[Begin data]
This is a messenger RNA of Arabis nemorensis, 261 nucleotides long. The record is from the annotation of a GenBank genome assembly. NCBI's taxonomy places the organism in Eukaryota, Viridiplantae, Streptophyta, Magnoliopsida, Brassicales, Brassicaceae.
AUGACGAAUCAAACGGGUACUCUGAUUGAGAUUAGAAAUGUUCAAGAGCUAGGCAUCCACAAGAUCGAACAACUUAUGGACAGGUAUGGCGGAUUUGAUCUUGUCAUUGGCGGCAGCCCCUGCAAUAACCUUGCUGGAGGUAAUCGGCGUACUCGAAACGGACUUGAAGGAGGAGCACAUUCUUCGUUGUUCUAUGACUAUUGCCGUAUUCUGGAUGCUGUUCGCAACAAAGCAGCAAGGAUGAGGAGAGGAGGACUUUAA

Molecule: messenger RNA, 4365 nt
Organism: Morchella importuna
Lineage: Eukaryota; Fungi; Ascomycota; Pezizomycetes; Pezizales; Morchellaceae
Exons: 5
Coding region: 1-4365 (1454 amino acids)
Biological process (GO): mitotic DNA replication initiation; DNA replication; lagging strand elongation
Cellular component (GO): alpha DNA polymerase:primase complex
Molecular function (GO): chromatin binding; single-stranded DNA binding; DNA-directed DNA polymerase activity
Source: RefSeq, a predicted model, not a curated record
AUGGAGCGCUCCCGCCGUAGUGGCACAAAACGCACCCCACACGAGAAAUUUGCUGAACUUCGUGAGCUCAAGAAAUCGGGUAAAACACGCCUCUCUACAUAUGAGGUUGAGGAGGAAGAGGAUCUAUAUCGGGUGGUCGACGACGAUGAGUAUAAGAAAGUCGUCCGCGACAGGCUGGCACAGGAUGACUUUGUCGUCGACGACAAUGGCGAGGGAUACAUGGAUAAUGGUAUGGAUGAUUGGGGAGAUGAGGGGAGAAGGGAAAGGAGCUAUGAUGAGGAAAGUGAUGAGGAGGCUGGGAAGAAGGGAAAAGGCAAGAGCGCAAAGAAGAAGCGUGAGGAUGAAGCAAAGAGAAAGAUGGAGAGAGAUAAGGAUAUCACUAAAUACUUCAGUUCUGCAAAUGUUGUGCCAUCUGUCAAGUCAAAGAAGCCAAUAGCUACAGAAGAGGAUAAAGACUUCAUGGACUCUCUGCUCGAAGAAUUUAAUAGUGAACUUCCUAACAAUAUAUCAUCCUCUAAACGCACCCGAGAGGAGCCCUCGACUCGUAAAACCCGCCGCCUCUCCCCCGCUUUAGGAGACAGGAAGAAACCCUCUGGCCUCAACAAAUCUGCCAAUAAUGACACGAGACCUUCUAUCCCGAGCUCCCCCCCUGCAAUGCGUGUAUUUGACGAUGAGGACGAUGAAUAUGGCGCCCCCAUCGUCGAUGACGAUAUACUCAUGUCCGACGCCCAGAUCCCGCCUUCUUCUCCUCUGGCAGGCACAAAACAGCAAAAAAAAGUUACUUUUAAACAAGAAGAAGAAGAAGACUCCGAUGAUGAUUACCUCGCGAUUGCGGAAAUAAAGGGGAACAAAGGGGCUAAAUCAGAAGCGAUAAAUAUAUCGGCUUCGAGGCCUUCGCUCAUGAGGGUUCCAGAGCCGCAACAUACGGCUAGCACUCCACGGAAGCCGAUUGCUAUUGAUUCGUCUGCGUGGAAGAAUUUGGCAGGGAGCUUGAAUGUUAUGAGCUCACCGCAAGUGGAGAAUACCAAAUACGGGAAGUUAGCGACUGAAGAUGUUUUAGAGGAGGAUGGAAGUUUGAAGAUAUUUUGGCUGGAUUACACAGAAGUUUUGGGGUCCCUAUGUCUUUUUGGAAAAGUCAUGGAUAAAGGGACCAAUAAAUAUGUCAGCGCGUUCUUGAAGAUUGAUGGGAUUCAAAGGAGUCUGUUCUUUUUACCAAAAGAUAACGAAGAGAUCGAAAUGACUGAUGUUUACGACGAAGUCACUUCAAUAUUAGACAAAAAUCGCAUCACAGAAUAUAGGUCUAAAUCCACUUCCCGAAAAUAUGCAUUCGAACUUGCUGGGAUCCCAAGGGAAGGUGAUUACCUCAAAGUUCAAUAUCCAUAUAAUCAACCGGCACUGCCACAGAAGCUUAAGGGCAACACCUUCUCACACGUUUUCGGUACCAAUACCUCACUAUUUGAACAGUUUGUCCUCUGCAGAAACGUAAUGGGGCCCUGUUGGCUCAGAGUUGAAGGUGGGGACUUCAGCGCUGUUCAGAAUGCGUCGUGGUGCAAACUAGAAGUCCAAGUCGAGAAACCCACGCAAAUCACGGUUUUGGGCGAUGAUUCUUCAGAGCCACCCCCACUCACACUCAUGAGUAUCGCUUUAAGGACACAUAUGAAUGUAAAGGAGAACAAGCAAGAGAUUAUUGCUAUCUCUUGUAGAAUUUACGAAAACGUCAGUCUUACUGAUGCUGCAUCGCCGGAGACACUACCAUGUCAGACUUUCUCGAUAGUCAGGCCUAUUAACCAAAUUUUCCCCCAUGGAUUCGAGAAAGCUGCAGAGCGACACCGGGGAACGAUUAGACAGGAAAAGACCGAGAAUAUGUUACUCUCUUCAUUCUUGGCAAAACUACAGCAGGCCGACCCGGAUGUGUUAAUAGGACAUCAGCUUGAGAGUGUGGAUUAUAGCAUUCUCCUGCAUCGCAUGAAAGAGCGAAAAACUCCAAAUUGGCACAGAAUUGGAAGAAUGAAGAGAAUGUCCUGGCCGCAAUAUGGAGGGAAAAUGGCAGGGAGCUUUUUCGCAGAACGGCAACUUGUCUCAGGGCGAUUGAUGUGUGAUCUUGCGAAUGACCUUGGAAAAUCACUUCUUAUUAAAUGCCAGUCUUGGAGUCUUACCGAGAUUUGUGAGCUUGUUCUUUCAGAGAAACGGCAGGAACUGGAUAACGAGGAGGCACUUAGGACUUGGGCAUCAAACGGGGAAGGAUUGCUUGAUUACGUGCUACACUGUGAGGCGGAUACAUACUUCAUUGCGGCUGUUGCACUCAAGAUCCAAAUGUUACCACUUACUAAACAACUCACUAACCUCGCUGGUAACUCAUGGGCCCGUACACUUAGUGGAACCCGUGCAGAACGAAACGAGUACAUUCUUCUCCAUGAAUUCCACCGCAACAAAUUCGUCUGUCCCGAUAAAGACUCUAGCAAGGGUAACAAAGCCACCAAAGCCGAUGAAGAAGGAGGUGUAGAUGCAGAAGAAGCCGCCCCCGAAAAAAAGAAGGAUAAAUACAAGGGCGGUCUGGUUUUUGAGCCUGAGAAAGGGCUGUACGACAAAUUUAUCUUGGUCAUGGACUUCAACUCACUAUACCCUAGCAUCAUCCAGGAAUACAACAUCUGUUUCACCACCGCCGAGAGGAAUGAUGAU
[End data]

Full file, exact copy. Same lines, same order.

This is a messenger RNA of Arabis nemorensis, 261 nucleotides long. The record is from the annotation of a GenBank genome assembly. NCBI's taxonomy places the organism in Eukaryota, Viridiplantae, Streptophyta, Magnoliopsida, Brassicales, Brassicaceae.
AUGACGAAUCAAACGGGUACUCUGAUUGAGAUUAGAAAUGUUCAAGAGCUAGGCAUCCACAAGAUCGAACAACUUAUGGACAGGUAUGGCGGAUUUGAUCUUGUCAUUGGCGGCAGCCCCUGCAAUAACCUUGCUGGAGGUAAUCGGCGUACUCGAAACGGACUUGAAGGAGGAGCACAUUCUUCGUUGUUCUAUGACUAUUGCCGUAUUCUGGAUGCUGUUCGCAACAAAGCAGCAAGGAUGAGGAGAGGAGGACUUUAA

Molecule: messenger RNA, 4365 nt
Organism: Morchella importuna
Lineage: Eukaryota; Fungi; Ascomycota; Pezizomycetes; Pezizales; Morchellaceae
Exons: 5
Coding region: 1-4365 (1454 amino acids)
Biological process (GO): mitotic DNA replication initiation; DNA replication; lagging strand elongation
Cellular component (GO): alpha DNA polymerase:primase complex
Molecular function (GO): chromatin binding; single-stranded DNA binding; DNA-directed DNA polymerase activity
Source: RefSeq, a predicted model, not a curated record
AUGGAGCGCUCCCGCCGUAGUGGCACAAAACGCACCCCACACGAGAAAUUUGCUGAACUUCGUGAGCUCAAGAAAUCGGGUAAAACACGCCUCUCUACAUAUGAGGUUGAGGAGGAAGAGGAUCUAUAUCGGGUGGUCGACGACGAUGAGUAUAAGAAAGUCGUCCGCGACAGGCUGGCACAGGAUGACUUUGUCGUCGACGACAAUGGCGAGGGAUACAUGGAUAAUGGUAUGGAUGAUUGGGGAGAUGAGGGGAGAAGGGAAAGGAGCUAUGAUGAGGAAAGUGAUGAGGAGGCUGGGAAGAAGGGAAAAGGCAAGAGCGCAAAGAAGAAGCGUGAGGAUGAAGCAAAGAGAAAGAUGGAGAGAGAUAAGGAUAUCACUAAAUACUUCAGUUCUGCAAAUGUUGUGCCAUCUGUCAAGUCAAAGAAGCCAAUAGCUACAGAAGAGGAUAAAGACUUCAUGGACUCUCUGCUCGAAGAAUUUAAUAGUGAACUUCCUAACAAUAUAUCAUCCUCUAAACGCACCCGAGAGGAGCCCUCGACUCGUAAAACCCGCCGCCUCUCCCCCGCUUUAGGAGACAGGAAGAAACCCUCUGGCCUCAACAAAUCUGCCAAUAAUGACACGAGACCUUCUAUCCCGAGCUCCCCCCCUGCAAUGCGUGUAUUUGACGAUGAGGACGAUGAAUAUGGCGCCCCCAUCGUCGAUGACGAUAUACUCAUGUCCGACGCCCAGAUCCCGCCUUCUUCUCCUCUGGCAGGCACAAAACAGCAAAAAAAAGUUACUUUUAAACAAGAAGAAGAAGAAGACUCCGAUGAUGAUUACCUCGCGAUUGCGGAAAUAAAGGGGAACAAAGGGGCUAAAUCAGAAGCGAUAAAUAUAUCGGCUUCGAGGCCUUCGCUCAUGAGGGUUCCAGAGCCGCAACAUACGGCUAGCACUCCACGGAAGCCGAUUGCUAUUGAUUCGUCUGCGUGGAAGAAUUUGGCAGGGAGCUUGAAUGUUAUGAGCUCACCGCAAGUGGAGAAUACCAAAUACGGGAAGUUAGCGACUGAAGAUGUUUUAGAGGAGGAUGGAAGUUUGAAGAUAUUUUGGCUGGAUUACACAGAAGUUUUGGGGUCCCUAUGUCUUUUUGGAAAAGUCAUGGAUAAAGGGACCAAUAAAUAUGUCAGCGCGUUCUUGAAGAUUGAUGGGAUUCAAAGGAGUCUGUUCUUUUUACCAAAAGAUAACGAAGAGAUCGAAAUGACUGAUGUUUACGACGAAGUCACUUCAAUAUUAGACAAAAAUCGCAUCACAGAAUAUAGGUCUAAAUCCACUUCCCGAAAAUAUGCAUUCGAACUUGCUGGGAUCCCAAGGGAAGGUGAUUACCUCAAAGUUCAAUAUCCAUAUAAUCAACCGGCACUGCCACAGAAGCUUAAGGGCAACACCUUCUCACACGUUUUCGGUACCAAUACCUCACUAUUUGAACAGUUUGUCCUCUGCAGAAACGUAAUGGGGCCCUGUUGGCUCAGAGUUGAAGGUGGGGACUUCAGCGCUGUUCAGAAUGCGUCGUGGUGCAAACUAGAAGUCCAAGUCGAGAAACCCACGCAAAUCACGGUUUUGGGCGAUGAUUCUUCAGAGCCACCCCCACUCACACUCAUGAGUAUCGCUUUAAGGACACAUAUGAAUGUAAAGGAGAACAAGCAAGAGAUUAUUGCUAUCUCUUGUAGAAUUUACGAAAACGUCAGUCUUACUGAUGCUGCAUCGCCGGAGACACUACCAUGUCAGACUUUCUCGAUAGUCAGGCCUAUUAACCAAAUUUUCCCCCAUGGAUUCGAGAAAGCUGCAGAGCGACACCGGGGAACGAUUAGACAGGAAAAGACCGAGAAUAUGUUACUCUCUUCAUUCUUGGCAAAACUACAGCAGGCCGACCCGGAUGUGUUAAUAGGACAUCAGCUUGAGAGUGUGGAUUAUAGCAUUCUCCUGCAUCGCAUGAAAGAGCGAAAAACUCCAAAUUGGCACAGAAUUGGAAGAAUGAAGAGAAUGUCCUGGCCGCAAUAUGGAGGGAAAAUGGCAGGGAGCUUUUUCGCAGAACGGCAACUUGUCUCAGGGCGAUUGAUGUGUGAUCUUGCGAAUGACCUUGGAAAAUCACUUCUUAUUAAAUGCCAGUCUUGGAGUCUUACCGAGAUUUGUGAGCUUGUUCUUUCAGAGAAACGGCAGGAACUGGAUAACGAGGAGGCACUUAGGACUUGGGCAUCAAACGGGGAAGGAUUGCUUGAUUACGUGCUACACUGUGAGGCGGAUACAUACUUCAUUGCGGCUGUUGCACUCAAGAUCCAAAUGUUACCACUUACUAAACAACUCACUAACCUCGCUGGUAACUCAUGGGCCCGUACACUUAGUGGAACCCGUGCAGAACGAAACGAGUACAUUCUUCUCCAUGAAUUCCACCGCAACAAAUUCGUCUGUCCCGAUAAAGACUCUAGCAAGGGUAACAAAGCCACCAAAGCCGAUGAAGAAGGAGGUGUAGAUGCAGAAGAAGCCGCCCCCGAAAAAAAGAAGGAUAAAUACAAGGGCGGUCUGGUUUUUGAGCCUGAGAAAGGGCUGUACGACAAAUUUAUCUUGGUCAUGGACUUCAACUCACUAUACCCUAGCAUCAUCCAGGAAUACAACAUCUGUUUCACCACCGCCGAGAGGAAUGAUGAU